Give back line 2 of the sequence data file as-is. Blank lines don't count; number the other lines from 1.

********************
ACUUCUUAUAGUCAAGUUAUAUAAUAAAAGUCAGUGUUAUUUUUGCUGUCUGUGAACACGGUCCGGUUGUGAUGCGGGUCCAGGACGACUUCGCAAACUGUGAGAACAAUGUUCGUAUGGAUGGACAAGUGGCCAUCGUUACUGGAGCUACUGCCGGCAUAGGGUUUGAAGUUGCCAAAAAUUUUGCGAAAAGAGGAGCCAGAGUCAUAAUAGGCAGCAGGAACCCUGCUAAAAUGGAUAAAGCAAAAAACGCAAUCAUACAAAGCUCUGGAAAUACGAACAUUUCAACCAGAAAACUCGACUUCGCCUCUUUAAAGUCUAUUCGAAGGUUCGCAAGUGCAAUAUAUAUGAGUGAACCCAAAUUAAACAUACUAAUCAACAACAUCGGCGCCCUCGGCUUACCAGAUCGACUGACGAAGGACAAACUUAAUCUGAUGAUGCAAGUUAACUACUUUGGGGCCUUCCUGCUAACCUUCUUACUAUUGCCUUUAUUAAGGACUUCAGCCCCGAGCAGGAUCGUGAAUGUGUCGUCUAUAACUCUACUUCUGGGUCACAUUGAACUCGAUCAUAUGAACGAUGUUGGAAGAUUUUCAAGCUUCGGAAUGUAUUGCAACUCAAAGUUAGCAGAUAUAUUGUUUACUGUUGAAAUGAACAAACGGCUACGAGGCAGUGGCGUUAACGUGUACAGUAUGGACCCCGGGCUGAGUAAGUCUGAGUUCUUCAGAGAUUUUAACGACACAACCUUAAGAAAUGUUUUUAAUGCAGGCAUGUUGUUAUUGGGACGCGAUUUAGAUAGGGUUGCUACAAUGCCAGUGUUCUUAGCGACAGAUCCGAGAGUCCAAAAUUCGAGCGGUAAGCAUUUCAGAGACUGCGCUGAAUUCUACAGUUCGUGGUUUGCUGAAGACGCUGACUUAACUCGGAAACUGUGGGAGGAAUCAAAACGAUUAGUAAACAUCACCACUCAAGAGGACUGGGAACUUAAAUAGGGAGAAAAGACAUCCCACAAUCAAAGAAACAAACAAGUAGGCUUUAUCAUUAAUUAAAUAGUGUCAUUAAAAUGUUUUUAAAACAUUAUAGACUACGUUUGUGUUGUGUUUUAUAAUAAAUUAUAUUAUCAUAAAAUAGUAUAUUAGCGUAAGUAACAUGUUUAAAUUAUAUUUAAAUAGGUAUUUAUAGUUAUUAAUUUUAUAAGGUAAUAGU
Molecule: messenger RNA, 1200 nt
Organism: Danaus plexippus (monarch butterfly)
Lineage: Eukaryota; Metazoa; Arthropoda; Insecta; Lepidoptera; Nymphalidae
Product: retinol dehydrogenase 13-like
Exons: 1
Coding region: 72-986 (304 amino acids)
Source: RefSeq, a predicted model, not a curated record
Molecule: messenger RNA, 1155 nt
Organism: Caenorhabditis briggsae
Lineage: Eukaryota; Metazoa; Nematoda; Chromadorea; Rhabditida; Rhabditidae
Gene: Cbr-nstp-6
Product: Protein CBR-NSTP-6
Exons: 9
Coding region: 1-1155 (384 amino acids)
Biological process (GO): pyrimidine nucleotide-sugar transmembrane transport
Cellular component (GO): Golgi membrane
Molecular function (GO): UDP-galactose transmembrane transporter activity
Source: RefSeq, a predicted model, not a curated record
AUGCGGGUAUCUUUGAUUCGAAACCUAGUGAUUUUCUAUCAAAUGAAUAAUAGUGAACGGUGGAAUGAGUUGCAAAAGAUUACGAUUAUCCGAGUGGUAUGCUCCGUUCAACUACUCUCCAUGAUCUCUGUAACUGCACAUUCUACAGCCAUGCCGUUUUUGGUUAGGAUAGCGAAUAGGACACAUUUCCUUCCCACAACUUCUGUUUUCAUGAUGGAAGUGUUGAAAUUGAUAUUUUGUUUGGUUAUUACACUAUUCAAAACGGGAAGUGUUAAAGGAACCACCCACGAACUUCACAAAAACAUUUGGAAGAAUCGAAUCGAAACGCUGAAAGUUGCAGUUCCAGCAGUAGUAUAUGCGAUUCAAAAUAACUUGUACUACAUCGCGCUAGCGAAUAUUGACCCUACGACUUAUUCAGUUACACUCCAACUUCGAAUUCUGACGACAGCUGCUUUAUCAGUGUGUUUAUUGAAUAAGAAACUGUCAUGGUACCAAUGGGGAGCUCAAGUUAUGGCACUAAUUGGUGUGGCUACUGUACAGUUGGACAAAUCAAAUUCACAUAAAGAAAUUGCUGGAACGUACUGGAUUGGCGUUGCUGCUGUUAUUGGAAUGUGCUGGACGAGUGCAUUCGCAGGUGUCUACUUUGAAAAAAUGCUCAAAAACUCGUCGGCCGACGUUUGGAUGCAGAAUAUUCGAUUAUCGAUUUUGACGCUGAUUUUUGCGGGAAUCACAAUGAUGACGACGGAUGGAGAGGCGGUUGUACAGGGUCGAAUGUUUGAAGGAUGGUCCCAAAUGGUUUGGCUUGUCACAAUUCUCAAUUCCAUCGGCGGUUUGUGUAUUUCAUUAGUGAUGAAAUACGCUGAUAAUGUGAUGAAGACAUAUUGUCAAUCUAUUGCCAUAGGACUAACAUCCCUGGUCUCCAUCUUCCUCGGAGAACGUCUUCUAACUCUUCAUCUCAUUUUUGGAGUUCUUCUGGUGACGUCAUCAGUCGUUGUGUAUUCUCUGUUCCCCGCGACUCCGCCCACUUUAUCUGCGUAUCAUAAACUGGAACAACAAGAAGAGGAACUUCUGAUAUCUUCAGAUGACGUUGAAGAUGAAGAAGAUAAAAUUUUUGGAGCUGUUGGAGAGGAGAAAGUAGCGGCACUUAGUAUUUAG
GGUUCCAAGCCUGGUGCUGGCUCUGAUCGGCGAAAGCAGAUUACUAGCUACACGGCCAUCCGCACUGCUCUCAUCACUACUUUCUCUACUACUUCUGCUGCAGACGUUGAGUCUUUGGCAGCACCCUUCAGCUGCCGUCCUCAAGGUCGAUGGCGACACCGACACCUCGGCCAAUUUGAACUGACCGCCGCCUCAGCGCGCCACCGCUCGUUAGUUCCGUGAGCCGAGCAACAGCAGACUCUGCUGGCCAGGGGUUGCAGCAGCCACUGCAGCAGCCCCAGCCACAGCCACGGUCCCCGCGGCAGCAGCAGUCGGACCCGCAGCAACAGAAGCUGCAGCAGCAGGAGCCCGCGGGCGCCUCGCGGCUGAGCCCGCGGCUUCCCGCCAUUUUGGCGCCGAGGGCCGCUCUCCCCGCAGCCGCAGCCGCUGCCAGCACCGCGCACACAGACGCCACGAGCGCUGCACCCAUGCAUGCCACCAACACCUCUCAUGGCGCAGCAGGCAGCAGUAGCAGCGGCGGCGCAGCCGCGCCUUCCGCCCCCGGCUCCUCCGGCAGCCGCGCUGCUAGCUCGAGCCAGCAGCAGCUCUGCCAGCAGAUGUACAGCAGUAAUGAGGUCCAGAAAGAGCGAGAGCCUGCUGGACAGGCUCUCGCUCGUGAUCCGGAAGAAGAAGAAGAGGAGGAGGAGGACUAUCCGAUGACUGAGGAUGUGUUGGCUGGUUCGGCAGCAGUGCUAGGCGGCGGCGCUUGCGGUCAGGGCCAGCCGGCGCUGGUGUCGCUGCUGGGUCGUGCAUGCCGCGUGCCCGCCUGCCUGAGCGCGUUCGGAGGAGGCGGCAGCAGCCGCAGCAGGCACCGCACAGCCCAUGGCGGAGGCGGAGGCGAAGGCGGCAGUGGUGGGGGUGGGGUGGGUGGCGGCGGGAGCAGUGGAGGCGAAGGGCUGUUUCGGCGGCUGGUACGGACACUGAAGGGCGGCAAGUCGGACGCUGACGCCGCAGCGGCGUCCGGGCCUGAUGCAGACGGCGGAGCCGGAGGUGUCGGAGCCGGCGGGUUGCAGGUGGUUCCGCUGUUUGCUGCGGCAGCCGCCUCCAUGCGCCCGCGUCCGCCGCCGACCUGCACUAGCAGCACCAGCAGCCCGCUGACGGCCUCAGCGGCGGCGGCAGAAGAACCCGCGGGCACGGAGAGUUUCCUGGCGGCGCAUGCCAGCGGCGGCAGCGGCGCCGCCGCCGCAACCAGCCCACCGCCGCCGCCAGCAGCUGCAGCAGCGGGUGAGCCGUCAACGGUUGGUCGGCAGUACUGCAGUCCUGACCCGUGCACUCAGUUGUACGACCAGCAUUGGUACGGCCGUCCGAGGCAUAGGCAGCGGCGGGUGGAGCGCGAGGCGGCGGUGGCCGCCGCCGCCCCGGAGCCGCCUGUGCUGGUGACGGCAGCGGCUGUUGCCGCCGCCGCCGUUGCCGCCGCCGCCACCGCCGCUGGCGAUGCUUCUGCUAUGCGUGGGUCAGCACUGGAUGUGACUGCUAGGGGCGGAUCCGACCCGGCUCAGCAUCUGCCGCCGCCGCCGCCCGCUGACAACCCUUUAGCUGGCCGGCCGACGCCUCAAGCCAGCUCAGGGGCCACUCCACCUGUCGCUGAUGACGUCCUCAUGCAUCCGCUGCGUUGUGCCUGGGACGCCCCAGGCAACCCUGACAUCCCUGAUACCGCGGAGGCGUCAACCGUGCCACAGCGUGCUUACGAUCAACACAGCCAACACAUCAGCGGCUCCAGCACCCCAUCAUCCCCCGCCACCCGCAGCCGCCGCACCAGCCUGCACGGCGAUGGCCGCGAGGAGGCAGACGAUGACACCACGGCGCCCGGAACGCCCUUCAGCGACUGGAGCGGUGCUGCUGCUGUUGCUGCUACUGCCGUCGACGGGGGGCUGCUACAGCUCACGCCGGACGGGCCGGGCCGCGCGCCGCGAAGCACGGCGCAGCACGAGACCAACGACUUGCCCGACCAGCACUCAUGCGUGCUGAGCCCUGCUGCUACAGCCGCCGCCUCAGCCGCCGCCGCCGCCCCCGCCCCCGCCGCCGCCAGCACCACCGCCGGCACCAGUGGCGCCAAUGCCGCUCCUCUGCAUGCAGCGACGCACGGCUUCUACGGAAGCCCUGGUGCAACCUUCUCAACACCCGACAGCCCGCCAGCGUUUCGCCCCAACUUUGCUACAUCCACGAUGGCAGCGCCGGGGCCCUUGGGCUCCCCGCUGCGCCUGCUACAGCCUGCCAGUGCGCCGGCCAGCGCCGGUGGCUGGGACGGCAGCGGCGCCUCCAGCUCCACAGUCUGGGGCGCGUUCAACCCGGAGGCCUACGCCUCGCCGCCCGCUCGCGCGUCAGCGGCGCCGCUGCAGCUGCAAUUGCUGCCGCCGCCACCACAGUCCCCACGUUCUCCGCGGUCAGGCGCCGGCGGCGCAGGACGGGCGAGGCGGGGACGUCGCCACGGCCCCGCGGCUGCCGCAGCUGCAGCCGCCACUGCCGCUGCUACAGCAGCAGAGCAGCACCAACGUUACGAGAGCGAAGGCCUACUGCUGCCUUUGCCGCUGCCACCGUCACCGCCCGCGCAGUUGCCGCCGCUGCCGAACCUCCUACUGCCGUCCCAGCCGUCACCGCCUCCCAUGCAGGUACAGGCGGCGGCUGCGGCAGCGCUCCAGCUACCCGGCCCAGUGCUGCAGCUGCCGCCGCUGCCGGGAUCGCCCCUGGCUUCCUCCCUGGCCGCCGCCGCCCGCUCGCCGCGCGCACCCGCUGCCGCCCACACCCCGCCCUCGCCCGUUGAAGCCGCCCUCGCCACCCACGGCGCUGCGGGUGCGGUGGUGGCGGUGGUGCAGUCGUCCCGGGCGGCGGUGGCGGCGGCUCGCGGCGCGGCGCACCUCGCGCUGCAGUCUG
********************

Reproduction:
Molecule: messenger RNA, 1200 nt